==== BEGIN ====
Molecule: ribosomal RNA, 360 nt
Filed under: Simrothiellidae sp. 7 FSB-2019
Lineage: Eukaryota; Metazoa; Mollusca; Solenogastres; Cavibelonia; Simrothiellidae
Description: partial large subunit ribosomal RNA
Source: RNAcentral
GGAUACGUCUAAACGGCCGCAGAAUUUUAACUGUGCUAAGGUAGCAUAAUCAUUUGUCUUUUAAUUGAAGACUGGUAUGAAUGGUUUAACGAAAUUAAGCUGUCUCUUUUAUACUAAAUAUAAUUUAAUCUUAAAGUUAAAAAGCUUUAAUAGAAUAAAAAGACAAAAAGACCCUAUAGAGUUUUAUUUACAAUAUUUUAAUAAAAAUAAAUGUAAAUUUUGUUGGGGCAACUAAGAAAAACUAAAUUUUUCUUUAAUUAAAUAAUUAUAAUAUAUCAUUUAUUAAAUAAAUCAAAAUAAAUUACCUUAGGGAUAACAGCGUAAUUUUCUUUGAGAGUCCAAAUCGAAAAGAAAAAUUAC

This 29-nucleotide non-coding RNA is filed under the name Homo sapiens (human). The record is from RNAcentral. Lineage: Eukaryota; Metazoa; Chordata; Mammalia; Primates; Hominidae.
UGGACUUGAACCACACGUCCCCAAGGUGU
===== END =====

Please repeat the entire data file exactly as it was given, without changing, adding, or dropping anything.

Molecule: ribosomal RNA, 360 nt
Filed under: Simrothiellidae sp. 7 FSB-2019
Lineage: Eukaryota; Metazoa; Mollusca; Solenogastres; Cavibelonia; Simrothiellidae
Description: partial large subunit ribosomal RNA
Source: RNAcentral
GGAUACGUCUAAACGGCCGCAGAAUUUUAACUGUGCUAAGGUAGCAUAAUCAUUUGUCUUUUAAUUGAAGACUGGUAUGAAUGGUUUAACGAAAUUAAGCUGUCUCUUUUAUACUAAAUAUAAUUUAAUCUUAAAGUUAAAAAGCUUUAAUAGAAUAAAAAGACAAAAAGACCCUAUAGAGUUUUAUUUACAAUAUUUUAAUAAAAAUAAAUGUAAAUUUUGUUGGGGCAACUAAGAAAAACUAAAUUUUUCUUUAAUUAAAUAAUUAUAAUAUAUCAUUUAUUAAAUAAAUCAAAAUAAAUUACCUUAGGGAUAACAGCGUAAUUUUCUUUGAGAGUCCAAAUCGAAAAGAAAAAUUAC

This 29-nucleotide non-coding RNA is filed under the name Homo sapiens (human). The record is from RNAcentral. Lineage: Eukaryota; Metazoa; Chordata; Mammalia; Primates; Hominidae.
UGGACUUGAACCACACGUCCCCAAGGUGU